Who wins and who loses with the Mexican super peso?

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The exchange rate between the Mexican currency and the dollar is at its lowest level in more than five years

The super peso closed the week strengthened. The exchange rate between the Mexican currency and the dollar is at its lowest level in more than five years, which gives the impression of being something very positive, however, not everyone wins with such an appreciated parity against the greenback.

Who loses?

In general terms and in a very simplistic way, it would be the export sector, the companies whose sales go to the foreign market, explained James Salazar, deputy director of economic analysis at CIBanco.

This is since a strong peso makes the prices of goods from Mexico more expensive in relative terms, which makes these products less attractive and reduces their demand in international markets.

Another segment of the population that loses are the people who receive remittances from abroad, because they will receive less pesos for the same amount of dollars, added the specialist. For example, at the beginning of this year, for every 100 dollars, you received just over 2,000 pesos; currently he gets 1,844 pesos, that is, almost 8% less.

Among those affected, there is also the tourism sector, so important for many states in the country. The super peso discourages a certain group of foreigners from coming to Mexico, it is easier for them to be interested in visiting the country with a cheap peso.

Who wins?

On the contrary, among the main beneficiaries of the super peso are the government and companies with liabilities in dollars, through the reduction of the financial cost of their external debt, Salazar pointed out.

A strong exchange rate helps to reduce the amount of what they pay for that financial commitment, even if it is not very noticeable, because the rise in interest rates can eat away this benefit, but it could have been worse, Salazar said.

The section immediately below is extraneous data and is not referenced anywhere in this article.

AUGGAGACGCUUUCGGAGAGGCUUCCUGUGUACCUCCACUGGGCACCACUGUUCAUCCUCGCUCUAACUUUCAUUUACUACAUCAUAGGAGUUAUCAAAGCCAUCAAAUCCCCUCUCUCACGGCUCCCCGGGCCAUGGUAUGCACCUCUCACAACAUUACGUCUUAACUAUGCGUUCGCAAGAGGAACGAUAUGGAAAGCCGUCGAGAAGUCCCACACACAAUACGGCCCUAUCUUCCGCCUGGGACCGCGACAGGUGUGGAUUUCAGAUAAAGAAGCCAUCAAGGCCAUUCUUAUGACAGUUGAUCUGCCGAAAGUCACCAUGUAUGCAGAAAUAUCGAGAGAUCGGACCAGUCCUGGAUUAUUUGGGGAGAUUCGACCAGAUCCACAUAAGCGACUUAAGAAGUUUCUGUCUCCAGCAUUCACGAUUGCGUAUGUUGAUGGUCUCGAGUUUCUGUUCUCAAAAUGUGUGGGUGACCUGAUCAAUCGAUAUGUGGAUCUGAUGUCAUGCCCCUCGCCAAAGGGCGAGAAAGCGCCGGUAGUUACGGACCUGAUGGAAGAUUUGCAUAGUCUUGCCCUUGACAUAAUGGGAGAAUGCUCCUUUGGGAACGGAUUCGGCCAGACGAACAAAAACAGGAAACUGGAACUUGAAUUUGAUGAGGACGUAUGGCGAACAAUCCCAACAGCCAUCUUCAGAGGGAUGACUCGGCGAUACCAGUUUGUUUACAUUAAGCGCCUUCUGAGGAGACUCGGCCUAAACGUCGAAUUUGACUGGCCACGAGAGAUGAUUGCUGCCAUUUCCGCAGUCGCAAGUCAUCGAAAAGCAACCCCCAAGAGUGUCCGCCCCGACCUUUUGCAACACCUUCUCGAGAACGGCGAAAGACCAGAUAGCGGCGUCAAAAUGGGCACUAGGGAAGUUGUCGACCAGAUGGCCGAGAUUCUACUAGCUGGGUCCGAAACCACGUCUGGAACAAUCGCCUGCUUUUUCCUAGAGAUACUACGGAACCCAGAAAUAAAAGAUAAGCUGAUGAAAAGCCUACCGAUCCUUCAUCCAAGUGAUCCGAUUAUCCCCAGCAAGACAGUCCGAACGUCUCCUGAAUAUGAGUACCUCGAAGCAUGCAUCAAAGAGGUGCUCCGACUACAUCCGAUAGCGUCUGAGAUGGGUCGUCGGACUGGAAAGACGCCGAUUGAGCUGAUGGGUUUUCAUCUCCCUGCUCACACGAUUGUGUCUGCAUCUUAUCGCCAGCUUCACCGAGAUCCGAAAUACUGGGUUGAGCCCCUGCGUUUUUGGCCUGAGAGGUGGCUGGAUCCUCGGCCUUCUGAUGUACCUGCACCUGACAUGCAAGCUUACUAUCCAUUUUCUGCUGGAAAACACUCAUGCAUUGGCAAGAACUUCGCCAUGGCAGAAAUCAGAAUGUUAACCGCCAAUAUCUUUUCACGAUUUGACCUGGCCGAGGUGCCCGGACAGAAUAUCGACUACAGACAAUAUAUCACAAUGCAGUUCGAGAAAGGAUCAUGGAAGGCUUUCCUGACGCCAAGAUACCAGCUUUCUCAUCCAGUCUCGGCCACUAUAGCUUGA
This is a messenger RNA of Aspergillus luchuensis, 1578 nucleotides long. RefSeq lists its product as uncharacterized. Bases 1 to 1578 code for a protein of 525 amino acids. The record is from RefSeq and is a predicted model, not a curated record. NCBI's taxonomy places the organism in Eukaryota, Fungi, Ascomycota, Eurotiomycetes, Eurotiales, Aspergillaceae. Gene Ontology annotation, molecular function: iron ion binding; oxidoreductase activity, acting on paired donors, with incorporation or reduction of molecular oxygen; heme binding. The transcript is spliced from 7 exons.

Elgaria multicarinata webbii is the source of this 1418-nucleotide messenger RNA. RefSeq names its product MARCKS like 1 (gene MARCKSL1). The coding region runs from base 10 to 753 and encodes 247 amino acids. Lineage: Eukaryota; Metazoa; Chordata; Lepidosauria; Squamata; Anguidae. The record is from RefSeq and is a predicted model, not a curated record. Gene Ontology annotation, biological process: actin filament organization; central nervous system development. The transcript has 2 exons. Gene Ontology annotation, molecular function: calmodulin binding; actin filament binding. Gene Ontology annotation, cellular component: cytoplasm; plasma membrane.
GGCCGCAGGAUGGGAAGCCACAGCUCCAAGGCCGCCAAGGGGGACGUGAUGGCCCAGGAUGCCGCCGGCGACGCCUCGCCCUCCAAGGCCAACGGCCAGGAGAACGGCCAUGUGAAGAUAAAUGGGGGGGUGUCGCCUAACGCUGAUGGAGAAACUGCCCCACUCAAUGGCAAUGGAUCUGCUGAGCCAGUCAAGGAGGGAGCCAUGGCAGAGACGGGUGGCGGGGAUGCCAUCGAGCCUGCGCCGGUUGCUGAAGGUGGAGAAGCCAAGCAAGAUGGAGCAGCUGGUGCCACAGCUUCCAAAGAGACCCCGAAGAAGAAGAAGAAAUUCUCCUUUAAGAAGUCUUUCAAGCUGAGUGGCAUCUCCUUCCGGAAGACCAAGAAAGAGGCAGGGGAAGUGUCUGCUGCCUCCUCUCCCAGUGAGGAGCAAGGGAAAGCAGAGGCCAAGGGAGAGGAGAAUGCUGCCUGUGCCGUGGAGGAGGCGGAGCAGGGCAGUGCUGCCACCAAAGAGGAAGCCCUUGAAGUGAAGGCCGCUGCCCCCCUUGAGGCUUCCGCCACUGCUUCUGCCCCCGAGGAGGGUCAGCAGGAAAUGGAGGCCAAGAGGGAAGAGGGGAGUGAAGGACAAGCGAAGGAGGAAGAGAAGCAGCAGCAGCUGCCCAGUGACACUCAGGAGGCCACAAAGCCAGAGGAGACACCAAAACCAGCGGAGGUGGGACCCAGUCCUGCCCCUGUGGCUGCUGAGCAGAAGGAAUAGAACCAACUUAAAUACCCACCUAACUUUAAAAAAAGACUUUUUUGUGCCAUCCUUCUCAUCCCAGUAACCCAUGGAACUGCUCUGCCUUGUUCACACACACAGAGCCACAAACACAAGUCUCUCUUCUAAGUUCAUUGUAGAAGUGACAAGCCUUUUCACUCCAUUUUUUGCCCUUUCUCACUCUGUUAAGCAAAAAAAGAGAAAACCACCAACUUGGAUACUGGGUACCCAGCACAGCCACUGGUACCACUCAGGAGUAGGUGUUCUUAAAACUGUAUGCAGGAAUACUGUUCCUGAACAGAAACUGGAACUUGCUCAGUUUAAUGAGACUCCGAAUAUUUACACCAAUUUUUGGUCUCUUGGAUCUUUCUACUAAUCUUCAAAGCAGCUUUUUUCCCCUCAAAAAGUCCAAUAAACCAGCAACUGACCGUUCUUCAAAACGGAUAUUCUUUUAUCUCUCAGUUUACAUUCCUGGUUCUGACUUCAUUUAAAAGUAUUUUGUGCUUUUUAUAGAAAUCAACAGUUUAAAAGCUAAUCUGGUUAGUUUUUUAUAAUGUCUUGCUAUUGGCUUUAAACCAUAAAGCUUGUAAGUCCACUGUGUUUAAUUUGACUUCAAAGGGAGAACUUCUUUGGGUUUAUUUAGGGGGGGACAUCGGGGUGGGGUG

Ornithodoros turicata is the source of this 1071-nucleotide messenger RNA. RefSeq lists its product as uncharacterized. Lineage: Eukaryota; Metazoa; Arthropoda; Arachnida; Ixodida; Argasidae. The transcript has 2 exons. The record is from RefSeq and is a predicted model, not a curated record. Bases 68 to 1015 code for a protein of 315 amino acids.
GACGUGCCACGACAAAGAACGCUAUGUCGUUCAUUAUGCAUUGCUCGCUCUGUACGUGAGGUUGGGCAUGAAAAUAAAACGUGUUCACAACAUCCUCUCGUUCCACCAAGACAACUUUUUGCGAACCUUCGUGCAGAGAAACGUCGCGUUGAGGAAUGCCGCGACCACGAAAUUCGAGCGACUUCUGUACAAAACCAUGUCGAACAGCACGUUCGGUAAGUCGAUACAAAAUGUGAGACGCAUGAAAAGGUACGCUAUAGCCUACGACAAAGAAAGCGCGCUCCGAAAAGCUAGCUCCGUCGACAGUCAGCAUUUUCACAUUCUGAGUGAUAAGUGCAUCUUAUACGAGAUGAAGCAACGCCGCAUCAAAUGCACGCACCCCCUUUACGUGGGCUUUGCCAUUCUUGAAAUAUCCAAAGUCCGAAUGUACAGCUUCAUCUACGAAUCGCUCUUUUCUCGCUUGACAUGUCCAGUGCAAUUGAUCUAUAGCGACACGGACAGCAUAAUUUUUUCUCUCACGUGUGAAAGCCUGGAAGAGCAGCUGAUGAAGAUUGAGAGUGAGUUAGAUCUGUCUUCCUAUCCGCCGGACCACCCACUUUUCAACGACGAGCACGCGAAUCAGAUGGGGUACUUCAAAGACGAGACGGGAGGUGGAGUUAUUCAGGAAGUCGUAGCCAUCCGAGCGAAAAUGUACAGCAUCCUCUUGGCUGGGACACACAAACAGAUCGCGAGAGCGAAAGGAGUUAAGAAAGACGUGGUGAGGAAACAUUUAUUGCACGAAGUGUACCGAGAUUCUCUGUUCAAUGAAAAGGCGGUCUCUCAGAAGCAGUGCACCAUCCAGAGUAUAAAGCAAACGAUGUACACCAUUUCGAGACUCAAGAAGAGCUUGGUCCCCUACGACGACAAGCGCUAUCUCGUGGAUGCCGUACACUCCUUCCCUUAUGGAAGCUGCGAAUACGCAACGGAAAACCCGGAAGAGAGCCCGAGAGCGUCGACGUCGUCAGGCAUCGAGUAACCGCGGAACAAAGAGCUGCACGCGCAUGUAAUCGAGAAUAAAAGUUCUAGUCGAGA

Another of the beneficiaries are the importers. Mexico is also an important power in this area, the country acquires many inputs and capital goods from abroad, which are materials that are used to produce final goods that even end up being exported, highlighted the specialist.

Likewise, he estimates that the normal consumer also benefits. “For example, if you have a scheduled trip abroad, it is convenient for you to buy dollars now that they are cheap, the same if you have a debt in foreign currency.”

Additionally, the consumer benefits indirectly through the channel of lower inflation, added Salazar.

There is an element in the part of the price increase that is called the transfer effect (pass through), that is, the effect that a variation in the exchange rate has on domestic prices.

“When you have a strong exchange rate, as is currently the case, the pass-through would be unusual, limited or there would not be any, which reduces inflationary pressures, which benefits consumers.”

Ending balance

Taking all the above into account, it is difficult to assess whether the final balance of having a super peso is generally positive for the country.

The sum is not trivial, here other more complex evaluation elements come in. Let’s say that in the end the exchange rate is one more price of a product, the fact that it is cheap can be said to be good, although it has many implications, warns Salazar.

“We might be inclined to assume that the sum is positive, but ultimately there are winners and losers, people who are or are not very happy with super peso.”

Source: El Universal